SOUTH AFRICA: Hunting With Karoo Wild Safaris

Discussion in 'Hunting Reports Africa' started by RolandtheHeadless, Jul 8, 2016.

  1. RolandtheHeadless

    RolandtheHeadless AH Veteran

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    Am I being too detailed and long-winded? I've been posting parts of my journal, but if it's boring most people this way, I could just post a couple more photos and my summary recommendation of Karoo Wild.
     

  2. buck wild

    buck wild SILVER SUPPORTER AH Fanatic

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    Post away- the more the better- if folks don't want to read they will skip to the pictures :)
     
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  3. Mekaniks

    Mekaniks GOLD SUPPORTER AH Elite

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    Don't stop now!
     
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  4. Neale

    Neale AH Enthusiast

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    Jim, Post your report with ALL the detail. It helps us all relive your adventure and makes us envious. It is certainly not boring. More please.
     
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  5. RolandtheHeadless

    RolandtheHeadless AH Veteran

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    Okay, I'll post the rest of it. Almost done anyway.

    Black Wildebeest on the Horizon

    After lunch Victor asked if there was anything else I wanted to go after, a black wildebeest or eland maybe. I’d already decided to pass on an eland because they were too much like moose, in my mind. A shoulder mount would be too big to fit in my house, and if I couldn’t harvest the meat for personal consumption, what was the point of killing one? But a black wildebeest had been something I was thinking about, since they’re only found in South Africa. Who knows if I’d ever get back hunting in this part of the world?

    We went to part of Victor’s own property that was behind a mountain from his lodge. By road it took a half hour to get there and we rode a while on an asphalt road, high-fenced property on both sides of us, until we reached a pull-off with a gate in the fence. Mitchell opened and closed it and we headed up a ranch road. We passed an old two-story ranch house, so ancient the roof had fallen in and its interior been taken over by weeds, grass, aloe plants, and cacti.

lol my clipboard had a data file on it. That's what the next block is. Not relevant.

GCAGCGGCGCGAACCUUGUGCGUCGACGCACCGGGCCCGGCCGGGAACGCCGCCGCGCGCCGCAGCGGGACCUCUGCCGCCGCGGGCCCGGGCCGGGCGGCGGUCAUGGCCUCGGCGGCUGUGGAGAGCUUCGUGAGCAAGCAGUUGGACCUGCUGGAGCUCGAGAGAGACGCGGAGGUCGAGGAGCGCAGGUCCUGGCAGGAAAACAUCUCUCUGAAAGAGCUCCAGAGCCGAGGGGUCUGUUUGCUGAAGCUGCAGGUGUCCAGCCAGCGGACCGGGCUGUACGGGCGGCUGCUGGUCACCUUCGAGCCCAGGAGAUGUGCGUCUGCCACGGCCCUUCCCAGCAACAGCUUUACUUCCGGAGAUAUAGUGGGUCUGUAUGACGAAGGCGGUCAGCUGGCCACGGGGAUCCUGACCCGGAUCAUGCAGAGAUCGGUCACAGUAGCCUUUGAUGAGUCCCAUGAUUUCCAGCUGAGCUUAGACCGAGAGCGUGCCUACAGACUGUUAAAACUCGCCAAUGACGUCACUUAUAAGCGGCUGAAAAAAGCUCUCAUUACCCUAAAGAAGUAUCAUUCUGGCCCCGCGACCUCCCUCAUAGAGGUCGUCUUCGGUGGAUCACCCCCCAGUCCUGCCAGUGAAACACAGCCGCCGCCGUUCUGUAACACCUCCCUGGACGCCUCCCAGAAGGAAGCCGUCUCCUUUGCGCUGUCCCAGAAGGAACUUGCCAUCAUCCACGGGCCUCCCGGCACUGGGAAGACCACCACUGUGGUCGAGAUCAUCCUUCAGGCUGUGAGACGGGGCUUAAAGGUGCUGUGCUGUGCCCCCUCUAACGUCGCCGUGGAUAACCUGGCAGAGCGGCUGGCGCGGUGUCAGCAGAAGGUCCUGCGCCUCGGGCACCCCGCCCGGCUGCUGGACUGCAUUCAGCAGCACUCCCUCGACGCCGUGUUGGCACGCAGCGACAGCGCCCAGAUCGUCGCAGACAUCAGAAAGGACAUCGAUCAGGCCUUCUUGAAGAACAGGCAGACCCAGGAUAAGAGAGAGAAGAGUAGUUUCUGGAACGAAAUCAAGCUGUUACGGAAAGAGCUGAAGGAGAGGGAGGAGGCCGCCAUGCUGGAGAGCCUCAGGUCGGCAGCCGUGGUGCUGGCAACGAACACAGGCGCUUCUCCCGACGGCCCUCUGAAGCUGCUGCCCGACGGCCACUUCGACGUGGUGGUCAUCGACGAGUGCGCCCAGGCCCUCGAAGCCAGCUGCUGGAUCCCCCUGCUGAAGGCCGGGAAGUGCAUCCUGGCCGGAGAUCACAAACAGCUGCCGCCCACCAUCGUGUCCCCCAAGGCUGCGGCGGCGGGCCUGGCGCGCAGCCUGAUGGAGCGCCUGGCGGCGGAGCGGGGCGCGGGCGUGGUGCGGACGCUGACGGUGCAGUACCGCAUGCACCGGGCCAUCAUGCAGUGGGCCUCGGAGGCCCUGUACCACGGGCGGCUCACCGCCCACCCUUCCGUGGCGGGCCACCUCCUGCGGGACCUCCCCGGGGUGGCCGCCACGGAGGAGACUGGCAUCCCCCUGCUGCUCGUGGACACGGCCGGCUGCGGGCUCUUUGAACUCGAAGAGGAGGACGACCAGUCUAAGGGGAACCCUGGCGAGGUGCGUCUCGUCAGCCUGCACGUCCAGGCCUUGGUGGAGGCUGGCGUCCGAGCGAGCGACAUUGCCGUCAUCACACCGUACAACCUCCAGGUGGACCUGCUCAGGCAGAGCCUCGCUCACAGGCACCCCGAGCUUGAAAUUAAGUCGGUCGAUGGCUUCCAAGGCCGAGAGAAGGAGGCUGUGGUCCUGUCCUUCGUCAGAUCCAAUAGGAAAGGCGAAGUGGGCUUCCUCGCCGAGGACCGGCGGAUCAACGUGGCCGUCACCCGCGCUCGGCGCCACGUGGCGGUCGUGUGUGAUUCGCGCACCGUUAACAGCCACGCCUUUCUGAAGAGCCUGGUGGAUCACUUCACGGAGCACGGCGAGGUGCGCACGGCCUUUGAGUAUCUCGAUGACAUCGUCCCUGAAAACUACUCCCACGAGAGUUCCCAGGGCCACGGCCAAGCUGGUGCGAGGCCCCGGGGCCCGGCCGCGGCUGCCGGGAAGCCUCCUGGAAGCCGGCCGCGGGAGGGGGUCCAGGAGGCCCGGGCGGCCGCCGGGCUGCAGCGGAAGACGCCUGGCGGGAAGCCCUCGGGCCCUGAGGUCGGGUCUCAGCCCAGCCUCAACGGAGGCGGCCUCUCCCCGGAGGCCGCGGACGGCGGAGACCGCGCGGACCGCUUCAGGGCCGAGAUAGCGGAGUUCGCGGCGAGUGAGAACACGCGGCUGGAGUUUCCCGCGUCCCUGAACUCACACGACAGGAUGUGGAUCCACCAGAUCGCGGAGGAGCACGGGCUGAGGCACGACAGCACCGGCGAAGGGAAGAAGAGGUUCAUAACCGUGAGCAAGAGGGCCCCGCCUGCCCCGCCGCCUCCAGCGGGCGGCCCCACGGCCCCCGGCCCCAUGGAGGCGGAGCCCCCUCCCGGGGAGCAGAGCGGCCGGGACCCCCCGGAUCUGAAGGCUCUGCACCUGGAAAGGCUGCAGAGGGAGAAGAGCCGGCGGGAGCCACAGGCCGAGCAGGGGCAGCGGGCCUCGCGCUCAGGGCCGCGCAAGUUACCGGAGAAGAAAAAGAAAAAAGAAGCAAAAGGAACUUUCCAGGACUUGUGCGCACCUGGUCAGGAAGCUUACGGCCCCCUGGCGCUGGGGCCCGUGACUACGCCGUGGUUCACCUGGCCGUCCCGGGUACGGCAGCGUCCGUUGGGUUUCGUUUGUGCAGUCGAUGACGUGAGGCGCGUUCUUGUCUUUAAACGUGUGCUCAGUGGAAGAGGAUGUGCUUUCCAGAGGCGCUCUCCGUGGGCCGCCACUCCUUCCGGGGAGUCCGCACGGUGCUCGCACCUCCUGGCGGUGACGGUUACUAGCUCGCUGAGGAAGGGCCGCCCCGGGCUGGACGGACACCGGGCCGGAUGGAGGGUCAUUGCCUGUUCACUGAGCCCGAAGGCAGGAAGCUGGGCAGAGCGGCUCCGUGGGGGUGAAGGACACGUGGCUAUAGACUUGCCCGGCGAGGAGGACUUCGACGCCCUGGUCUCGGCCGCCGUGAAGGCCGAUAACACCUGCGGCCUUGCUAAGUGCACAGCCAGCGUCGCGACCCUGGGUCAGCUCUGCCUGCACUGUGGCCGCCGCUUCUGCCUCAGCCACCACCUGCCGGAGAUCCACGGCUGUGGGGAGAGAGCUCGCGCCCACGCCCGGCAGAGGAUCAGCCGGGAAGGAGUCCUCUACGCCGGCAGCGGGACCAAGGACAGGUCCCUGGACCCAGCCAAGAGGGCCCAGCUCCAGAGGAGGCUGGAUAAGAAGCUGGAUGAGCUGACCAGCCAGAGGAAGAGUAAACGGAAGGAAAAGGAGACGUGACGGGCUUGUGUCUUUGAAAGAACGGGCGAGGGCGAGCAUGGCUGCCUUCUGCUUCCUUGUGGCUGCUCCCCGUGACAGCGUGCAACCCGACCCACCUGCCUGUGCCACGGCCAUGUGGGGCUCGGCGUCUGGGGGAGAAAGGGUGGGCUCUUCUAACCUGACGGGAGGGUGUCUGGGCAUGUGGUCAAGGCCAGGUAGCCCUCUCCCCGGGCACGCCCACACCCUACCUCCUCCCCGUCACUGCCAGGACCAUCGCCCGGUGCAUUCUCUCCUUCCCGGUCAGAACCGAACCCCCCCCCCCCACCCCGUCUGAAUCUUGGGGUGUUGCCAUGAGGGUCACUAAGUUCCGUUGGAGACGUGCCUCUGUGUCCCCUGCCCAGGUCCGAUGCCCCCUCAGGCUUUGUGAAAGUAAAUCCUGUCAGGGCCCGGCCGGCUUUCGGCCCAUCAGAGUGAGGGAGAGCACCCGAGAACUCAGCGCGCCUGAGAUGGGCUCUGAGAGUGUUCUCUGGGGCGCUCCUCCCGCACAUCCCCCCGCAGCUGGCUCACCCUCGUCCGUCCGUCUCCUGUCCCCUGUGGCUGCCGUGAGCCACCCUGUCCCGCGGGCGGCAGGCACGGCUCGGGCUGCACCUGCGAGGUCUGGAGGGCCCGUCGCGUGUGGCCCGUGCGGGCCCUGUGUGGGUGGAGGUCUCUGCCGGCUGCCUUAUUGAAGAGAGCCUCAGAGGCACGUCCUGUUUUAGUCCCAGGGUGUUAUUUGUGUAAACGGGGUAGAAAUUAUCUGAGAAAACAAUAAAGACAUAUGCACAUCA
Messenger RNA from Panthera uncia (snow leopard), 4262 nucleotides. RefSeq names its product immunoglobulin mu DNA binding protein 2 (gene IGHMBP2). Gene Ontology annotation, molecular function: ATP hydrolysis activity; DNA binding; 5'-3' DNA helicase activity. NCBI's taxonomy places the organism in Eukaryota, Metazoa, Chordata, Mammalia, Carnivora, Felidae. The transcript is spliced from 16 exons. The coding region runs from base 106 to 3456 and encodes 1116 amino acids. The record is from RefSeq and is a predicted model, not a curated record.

Victor pointed out a pair of eland, light-colored and huge, even at the distance, plodding along sedately at the base of a mountain. A bit later there came a tap on the roof, and Victor took up his binocular and stared out of his own window. When Mitchell tapped, Victor always knew immediately which direction to look. I think that in Mitchell’s taps there must have been a certain tone that meant left, and another one that meant right. Either that, or there was telepathy between then.

    “Black wildebeest,” Victor said. By then it didn’t strike me as peculiar at all that Victor should decide to pursue black wildebeest, and then we’d have black wildebeest appear. He stopped the bakkie behind a large patch of brush and shut off the engine. I caught a brief whiff of diesel fumes, but the wind quickly carried them away. Funny, that I wouldn’t have even noticed the fumes off a gasoline engine.

    “Be sure to hit him forward, on his front shoulder,” Victor told me, before we started our stalk. “Wildebeest can go for miles if they’re wounded. The odd thing is, they’re territorial and will eventually return to the place where they were shot, if they live long enough.”

    “Really?” I said, or something equally profound.

    “When I was just starting out a client shot a wildebeest and we tracked it for miles, until we lost the trail. Then the head tracker, who had more experience than I did, advised me to go back to where the bull had been shot. Sure enough, we found him, lying there dead.”